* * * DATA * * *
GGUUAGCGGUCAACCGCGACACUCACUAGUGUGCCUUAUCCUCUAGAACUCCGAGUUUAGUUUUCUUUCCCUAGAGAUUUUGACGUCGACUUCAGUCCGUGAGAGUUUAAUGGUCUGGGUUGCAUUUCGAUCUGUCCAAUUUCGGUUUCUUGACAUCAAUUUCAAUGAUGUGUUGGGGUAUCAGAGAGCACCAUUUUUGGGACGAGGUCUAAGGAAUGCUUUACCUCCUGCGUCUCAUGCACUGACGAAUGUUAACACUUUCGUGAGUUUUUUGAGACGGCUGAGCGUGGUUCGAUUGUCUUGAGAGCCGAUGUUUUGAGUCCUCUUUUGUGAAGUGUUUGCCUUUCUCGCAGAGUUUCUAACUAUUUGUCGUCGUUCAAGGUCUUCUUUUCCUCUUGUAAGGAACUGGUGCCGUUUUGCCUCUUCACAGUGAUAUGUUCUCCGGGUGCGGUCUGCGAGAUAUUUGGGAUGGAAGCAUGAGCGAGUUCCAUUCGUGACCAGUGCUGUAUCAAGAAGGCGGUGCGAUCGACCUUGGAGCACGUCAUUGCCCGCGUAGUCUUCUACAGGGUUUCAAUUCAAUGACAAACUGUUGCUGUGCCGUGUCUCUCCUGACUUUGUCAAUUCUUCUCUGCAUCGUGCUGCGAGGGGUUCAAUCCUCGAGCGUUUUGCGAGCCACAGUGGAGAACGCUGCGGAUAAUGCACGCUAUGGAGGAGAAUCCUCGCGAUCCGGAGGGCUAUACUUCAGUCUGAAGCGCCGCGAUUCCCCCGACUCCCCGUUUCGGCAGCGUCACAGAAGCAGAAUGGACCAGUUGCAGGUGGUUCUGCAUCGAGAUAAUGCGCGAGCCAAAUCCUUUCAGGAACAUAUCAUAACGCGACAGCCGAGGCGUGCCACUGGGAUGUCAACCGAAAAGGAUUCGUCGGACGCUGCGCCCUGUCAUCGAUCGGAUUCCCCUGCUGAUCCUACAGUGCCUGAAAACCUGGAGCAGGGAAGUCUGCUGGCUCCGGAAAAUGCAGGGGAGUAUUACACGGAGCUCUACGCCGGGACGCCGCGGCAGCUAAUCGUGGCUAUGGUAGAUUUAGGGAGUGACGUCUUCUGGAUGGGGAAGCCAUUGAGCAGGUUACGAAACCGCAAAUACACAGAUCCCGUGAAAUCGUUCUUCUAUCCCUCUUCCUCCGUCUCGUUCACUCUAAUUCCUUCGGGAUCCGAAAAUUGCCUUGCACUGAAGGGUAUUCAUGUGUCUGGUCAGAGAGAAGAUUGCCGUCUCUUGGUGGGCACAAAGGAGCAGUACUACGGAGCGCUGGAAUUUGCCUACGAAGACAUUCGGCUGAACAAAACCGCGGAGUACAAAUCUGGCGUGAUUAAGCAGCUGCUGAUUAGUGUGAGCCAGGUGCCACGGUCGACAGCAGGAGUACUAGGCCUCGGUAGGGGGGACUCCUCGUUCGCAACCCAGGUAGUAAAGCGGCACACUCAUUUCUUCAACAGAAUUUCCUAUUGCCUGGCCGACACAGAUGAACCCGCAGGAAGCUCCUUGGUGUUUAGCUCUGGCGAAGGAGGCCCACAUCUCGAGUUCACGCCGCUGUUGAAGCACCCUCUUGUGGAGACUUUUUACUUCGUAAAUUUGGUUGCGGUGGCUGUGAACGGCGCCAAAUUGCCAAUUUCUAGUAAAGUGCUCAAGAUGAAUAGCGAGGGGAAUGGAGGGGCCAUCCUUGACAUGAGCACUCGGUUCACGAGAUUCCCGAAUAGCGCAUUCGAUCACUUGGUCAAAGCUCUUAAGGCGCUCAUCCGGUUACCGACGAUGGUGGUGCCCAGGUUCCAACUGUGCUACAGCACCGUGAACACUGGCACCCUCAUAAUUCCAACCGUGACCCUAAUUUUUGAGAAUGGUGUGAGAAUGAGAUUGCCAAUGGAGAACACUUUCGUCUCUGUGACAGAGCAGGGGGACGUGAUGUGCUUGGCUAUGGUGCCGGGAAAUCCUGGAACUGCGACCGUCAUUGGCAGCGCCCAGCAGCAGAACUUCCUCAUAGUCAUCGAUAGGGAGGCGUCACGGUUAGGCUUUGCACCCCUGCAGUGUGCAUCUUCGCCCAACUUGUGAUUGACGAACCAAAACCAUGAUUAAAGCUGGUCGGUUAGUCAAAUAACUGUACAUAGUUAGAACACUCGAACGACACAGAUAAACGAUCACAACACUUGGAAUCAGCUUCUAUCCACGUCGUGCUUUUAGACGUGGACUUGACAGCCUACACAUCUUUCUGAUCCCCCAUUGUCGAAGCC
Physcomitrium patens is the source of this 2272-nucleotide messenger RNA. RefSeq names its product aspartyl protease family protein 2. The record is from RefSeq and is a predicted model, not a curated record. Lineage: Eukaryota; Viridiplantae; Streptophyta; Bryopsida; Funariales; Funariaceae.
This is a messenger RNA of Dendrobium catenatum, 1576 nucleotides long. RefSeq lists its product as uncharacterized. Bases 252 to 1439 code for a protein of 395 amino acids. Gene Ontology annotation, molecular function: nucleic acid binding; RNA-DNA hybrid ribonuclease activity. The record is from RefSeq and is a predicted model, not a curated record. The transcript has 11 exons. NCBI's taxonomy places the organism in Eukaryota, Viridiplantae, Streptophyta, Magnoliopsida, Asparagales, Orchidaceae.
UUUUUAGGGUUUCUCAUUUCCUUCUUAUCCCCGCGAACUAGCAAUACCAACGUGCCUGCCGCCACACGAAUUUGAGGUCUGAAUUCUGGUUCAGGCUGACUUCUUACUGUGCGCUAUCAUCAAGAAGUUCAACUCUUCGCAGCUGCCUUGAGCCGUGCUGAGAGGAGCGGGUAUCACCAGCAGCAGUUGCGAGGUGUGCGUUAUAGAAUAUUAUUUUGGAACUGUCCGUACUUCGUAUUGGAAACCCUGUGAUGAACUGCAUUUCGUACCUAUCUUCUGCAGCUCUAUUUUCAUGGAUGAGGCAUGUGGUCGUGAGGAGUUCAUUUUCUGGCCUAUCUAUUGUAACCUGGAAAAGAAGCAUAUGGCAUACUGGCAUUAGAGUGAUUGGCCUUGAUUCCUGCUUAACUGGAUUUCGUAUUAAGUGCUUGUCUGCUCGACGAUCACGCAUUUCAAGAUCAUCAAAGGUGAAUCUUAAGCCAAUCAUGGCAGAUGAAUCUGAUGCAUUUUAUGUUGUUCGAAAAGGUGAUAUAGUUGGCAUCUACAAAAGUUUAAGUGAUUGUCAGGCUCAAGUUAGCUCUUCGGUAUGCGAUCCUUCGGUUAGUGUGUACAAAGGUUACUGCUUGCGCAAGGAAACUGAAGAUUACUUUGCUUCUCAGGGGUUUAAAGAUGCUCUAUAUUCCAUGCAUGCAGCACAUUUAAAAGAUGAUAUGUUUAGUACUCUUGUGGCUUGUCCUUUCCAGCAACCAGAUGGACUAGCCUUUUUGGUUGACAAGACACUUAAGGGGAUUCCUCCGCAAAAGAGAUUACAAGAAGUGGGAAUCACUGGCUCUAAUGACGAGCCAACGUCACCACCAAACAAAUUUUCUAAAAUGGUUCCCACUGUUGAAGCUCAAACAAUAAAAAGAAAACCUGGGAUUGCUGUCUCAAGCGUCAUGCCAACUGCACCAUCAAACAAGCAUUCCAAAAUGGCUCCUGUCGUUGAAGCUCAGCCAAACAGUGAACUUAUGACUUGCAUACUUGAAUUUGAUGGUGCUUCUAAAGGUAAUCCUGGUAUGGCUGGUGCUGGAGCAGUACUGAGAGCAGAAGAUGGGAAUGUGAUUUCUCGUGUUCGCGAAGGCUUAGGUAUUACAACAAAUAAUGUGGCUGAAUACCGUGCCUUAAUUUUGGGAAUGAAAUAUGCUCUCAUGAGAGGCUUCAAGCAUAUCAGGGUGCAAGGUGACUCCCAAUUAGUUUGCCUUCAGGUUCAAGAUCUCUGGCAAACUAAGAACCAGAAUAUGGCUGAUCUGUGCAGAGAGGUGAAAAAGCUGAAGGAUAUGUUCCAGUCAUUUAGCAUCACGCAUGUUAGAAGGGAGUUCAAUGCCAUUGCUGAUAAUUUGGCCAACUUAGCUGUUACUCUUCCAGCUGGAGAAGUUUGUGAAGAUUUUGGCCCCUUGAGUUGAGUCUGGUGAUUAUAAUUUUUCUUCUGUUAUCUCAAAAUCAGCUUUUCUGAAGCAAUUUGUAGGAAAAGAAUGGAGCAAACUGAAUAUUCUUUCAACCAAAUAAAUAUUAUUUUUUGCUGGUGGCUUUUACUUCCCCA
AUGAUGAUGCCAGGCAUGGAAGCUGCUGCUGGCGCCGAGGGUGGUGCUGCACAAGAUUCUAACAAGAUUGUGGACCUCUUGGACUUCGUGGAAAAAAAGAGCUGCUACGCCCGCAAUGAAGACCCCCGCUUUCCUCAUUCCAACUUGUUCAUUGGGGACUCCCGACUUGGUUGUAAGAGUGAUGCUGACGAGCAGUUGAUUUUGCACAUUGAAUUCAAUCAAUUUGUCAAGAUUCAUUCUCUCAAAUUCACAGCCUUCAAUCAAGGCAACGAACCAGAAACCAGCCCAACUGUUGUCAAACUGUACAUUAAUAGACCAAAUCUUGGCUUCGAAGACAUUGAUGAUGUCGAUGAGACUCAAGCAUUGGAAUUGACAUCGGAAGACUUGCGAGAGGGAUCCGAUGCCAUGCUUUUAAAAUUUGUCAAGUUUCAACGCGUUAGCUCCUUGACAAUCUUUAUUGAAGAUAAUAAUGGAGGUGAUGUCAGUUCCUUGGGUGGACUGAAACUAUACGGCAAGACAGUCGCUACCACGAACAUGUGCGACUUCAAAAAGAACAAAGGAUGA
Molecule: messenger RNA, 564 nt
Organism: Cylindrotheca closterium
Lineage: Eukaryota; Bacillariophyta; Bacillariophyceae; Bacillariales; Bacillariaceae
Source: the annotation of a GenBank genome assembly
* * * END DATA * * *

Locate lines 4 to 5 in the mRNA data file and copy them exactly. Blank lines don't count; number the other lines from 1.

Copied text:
UUUUUAGGGUUUCUCAUUUCCUUCUUAUCCCCGCGAACUAGCAAUACCAACGUGCCUGCCGCCACACGAAUUUGAGGUCUGAAUUCUGGUUCAGGCUGACUUCUUACUGUGCGCUAUCAUCAAGAAGUUCAACUCUUCGCAGCUGCCUUGAGCCGUGCUGAGAGGAGCGGGUAUCACCAGCAGCAGUUGCGAGGUGUGCGUUAUAGAAUAUUAUUUUGGAACUGUCCGUACUUCGUAUUGGAAACCCUGUGAUGAACUGCAUUUCGUACCUAUCUUCUGCAGCUCUAUUUUCAUGGAUGAGGCAUGUGGUCGUGAGGAGUUCAUUUUCUGGCCUAUCUAUUGUAACCUGGAAAAGAAGCAUAUGGCAUACUGGCAUUAGAGUGAUUGGCCUUGAUUCCUGCUUAACUGGAUUUCGUAUUAAGUGCUUGUCUGCUCGACGAUCACGCAUUUCAAGAUCAUCAAAGGUGAAUCUUAAGCCAAUCAUGGCAGAUGAAUCUGAUGCAUUUUAUGUUGUUCGAAAAGGUGAUAUAGUUGGCAUCUACAAAAGUUUAAGUGAUUGUCAGGCUCAAGUUAGCUCUUCGGUAUGCGAUCCUUCGGUUAGUGUGUACAAAGGUUACUGCUUGCGCAAGGAAACUGAAGAUUACUUUGCUUCUCAGGGGUUUAAAGAUGCUCUAUAUUCCAUGCAUGCAGCACAUUUAAAAGAUGAUAUGUUUAGUACUCUUGUGGCUUGUCCUUUCCAGCAACCAGAUGGACUAGCCUUUUUGGUUGACAAGACACUUAAGGGGAUUCCUCCGCAAAAGAGAUUACAAGAAGUGGGAAUCACUGGCUCUAAUGACGAGCCAACGUCACCACCAAACAAAUUUUCUAAAAUGGUUCCCACUGUUGAAGCUCAAACAAUAAAAAGAAAACCUGGGAUUGCUGUCUCAAGCGUCAUGCCAACUGCACCAUCAAACAAGCAUUCCAAAAUGGCUCCUGUCGUUGAAGCUCAGCCAAACAGUGAACUUAUGACUUGCAUACUUGAAUUUGAUGGUGCUUCUAAAGGUAAUCCUGGUAUGGCUGGUGCUGGAGCAGUACUGAGAGCAGAAGAUGGGAAUGUGAUUUCUCGUGUUCGCGAAGGCUUAGGUAUUACAACAAAUAAUGUGGCUGAAUACCGUGCCUUAAUUUUGGGAAUGAAAUAUGCUCUCAUGAGAGGCUUCAAGCAUAUCAGGGUGCAAGGUGACUCCCAAUUAGUUUGCCUUCAGGUUCAAGAUCUCUGGCAAACUAAGAACCAGAAUAUGGCUGAUCUGUGCAGAGAGGUGAAAAAGCUGAAGGAUAUGUUCCAGUCAUUUAGCAUCACGCAUGUUAGAAGGGAGUUCAAUGCCAUUGCUGAUAAUUUGGCCAACUUAGCUGUUACUCUUCCAGCUGGAGAAGUUUGUGAAGAUUUUGGCCCCUUGAGUUGAGUCUGGUGAUUAUAAUUUUUCUUCUGUUAUCUCAAAAUCAGCUUUUCUGAAGCAAUUUGUAGGAAAAGAAUGGAGCAAACUGAAUAUUCUUUCAACCAAAUAAAUAUUAUUUUUUGCUGGUGGCUUUUACUUCCCCA
AUGAUGAUGCCAGGCAUGGAAGCUGCUGCUGGCGCCGAGGGUGGUGCUGCACAAGAUUCUAACAAGAUUGUGGACCUCUUGGACUUCGUGGAAAAAAAGAGCUGCUACGCCCGCAAUGAAGACCCCCGCUUUCCUCAUUCCAACUUGUUCAUUGGGGACUCCCGACUUGGUUGUAAGAGUGAUGCUGACGAGCAGUUGAUUUUGCACAUUGAAUUCAAUCAAUUUGUCAAGAUUCAUUCUCUCAAAUUCACAGCCUUCAAUCAAGGCAACGAACCAGAAACCAGCCCAACUGUUGUCAAACUGUACAUUAAUAGACCAAAUCUUGGCUUCGAAGACAUUGAUGAUGUCGAUGAGACUCAAGCAUUGGAAUUGACAUCGGAAGACUUGCGAGAGGGAUCCGAUGCCAUGCUUUUAAAAUUUGUCAAGUUUCAACGCGUUAGCUCCUUGACAAUCUUUAUUGAAGAUAAUAAUGGAGGUGAUGUCAGUUCCUUGGGUGGACUGAAACUAUACGGCAAGACAGUCGCUACCACGAACAUGUGCGACUUCAAAAAGAACAAAGGAUGA